The first half of September saw global equity markets begin to recover on news that October would bring the resumption of trade negotiations between the US and China, while the European Central Bank announced additional monetary stimulus to support the region’s ailing economy. But sentiment soon soured as an attack on some Saudi Arabian oil installations sent oil prices rocketing upwards and doubts were voiced over the extent to which the US Fed would further reduce interest rates. Uncertainty also grew as US Democrat leaders moved to begin impeachment procedures against President Trump, mixed messages circulated relating to the US-China trade dispute, and the Brexit-related shenanigans continued; it is perhaps surprising that global equity markets managed to end the month in positive territory.

At a market level, September also saw a rotation by investors who sold out of defensive low volatility stocks and higher growth technology companies into value stocks which have underperformed the market in recent years. The fixed income markets also had a challenging month with many sectors recording their first negative monthly return in 2019.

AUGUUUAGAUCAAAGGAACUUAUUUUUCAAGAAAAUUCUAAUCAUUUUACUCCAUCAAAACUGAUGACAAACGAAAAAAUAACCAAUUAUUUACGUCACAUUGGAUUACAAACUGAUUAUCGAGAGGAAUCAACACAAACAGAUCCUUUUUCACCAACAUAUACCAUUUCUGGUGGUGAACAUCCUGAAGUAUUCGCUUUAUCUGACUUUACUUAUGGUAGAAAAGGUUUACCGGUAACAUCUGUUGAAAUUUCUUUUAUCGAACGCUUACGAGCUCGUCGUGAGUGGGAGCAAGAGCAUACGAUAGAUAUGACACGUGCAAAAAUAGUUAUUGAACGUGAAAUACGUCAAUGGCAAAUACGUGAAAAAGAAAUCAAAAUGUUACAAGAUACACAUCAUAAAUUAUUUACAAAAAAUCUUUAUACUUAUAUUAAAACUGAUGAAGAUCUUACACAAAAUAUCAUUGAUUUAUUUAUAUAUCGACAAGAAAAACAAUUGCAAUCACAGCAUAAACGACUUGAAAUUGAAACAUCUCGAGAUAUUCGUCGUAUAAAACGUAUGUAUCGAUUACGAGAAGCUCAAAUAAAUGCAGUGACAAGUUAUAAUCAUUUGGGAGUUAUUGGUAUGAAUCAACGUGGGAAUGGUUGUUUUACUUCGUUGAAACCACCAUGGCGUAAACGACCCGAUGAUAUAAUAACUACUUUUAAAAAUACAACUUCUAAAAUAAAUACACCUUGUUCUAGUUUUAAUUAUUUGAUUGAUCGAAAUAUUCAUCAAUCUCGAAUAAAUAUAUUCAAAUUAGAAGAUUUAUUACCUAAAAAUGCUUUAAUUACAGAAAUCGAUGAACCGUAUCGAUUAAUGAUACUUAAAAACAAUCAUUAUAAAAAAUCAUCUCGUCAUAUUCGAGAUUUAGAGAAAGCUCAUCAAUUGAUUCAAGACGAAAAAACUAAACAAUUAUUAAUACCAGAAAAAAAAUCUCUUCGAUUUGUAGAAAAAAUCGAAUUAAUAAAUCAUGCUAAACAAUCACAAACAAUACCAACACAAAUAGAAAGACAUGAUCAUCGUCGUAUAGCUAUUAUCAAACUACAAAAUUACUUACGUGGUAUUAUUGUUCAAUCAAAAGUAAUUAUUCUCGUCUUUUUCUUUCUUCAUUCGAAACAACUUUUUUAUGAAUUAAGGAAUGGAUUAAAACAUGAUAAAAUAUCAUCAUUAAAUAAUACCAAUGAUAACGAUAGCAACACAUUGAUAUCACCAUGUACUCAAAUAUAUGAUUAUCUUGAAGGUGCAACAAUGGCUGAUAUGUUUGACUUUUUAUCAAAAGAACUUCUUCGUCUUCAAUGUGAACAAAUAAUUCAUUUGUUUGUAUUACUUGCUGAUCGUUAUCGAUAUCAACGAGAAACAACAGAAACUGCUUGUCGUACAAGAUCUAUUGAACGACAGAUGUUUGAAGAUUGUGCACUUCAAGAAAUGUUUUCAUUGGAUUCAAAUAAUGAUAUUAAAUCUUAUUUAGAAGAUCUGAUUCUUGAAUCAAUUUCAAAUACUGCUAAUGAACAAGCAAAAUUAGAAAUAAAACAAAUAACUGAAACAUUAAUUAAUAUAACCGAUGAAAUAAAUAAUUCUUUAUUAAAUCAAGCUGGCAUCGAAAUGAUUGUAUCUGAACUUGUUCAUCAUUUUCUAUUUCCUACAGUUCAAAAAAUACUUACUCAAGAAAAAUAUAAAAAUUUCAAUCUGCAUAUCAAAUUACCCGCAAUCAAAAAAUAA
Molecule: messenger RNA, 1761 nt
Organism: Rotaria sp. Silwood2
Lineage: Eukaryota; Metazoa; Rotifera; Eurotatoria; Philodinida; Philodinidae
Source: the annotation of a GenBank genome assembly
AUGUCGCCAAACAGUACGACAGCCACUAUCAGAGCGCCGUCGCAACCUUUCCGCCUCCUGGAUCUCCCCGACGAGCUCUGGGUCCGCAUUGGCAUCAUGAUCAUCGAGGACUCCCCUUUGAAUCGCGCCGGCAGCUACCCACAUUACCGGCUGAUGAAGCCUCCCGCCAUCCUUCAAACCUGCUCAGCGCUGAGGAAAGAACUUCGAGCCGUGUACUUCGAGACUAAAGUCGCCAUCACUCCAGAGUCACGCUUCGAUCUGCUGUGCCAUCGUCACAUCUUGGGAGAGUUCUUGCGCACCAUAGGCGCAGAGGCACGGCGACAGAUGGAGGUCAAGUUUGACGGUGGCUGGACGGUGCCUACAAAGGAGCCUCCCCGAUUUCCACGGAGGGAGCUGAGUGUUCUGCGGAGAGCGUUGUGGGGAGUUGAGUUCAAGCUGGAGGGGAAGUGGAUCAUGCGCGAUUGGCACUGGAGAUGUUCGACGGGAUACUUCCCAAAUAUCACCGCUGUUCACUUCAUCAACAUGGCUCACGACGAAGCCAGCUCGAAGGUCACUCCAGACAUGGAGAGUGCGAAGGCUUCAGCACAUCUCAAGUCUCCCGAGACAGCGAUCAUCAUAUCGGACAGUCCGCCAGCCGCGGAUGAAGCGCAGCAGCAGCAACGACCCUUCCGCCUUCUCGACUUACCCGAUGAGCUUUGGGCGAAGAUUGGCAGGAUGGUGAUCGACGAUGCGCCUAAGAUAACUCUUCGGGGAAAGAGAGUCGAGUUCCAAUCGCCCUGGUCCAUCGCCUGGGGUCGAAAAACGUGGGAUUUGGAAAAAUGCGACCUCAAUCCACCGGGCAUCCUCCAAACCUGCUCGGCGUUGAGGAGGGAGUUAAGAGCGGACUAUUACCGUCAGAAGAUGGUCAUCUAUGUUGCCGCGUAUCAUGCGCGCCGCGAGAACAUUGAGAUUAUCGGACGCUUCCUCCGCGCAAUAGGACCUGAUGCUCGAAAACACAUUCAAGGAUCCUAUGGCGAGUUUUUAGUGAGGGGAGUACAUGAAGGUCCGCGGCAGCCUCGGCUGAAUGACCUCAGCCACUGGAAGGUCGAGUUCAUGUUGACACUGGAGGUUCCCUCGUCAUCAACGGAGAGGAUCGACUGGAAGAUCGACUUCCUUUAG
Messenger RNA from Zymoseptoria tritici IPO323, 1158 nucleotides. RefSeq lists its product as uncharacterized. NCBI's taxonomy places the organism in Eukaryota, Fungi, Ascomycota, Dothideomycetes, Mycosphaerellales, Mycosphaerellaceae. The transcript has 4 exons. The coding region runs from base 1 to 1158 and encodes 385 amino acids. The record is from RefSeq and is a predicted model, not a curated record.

Market Returns to 30 September 2019

Asset Class 3 Months 6 Months 1 Year 3 Years
FTSE All Share 1.3 % 4.6 % 2.7 % 21.7 %
S&P 500 4.9 % 11.8 % 9.7 % 50.9 %
FTSE World Europe ex UK 1.6 % 10.5 % 6.4 % 33.1 %
TOPIX 6.5 % 9.3 % -0.3 % 26.9 %
MSCI Asia ex Japan -1.4 % 0.3 % 2.2 % 26.7 %
MSCI Emerging Markets -1.1 % 1.9 % 3.7 % 25.5 %
UK Gilts 6.2 % 7.6 % 13.4 % 10.0 %
IBOXX Sterling Corp Bond 3.7 % 6.1 % 11.0 % 11.3 %
FTSE EPRA Nareit Global Real Estate 6.6 % 9.3 % 19.2 % 25.5 %
Brent Crude Oil (US$/bl) -2.9 % -1.5 % -19.2 % 28.6 %
GSCI Commodities Index -1.0 % -0.1 % -11.4 % 10.4 %
Gold (US$/ounce) 7.2 % 19.7 % 29.6 % 15.2 %

Source: FE Analytics - rebased in Pounds Sterling

The Outlook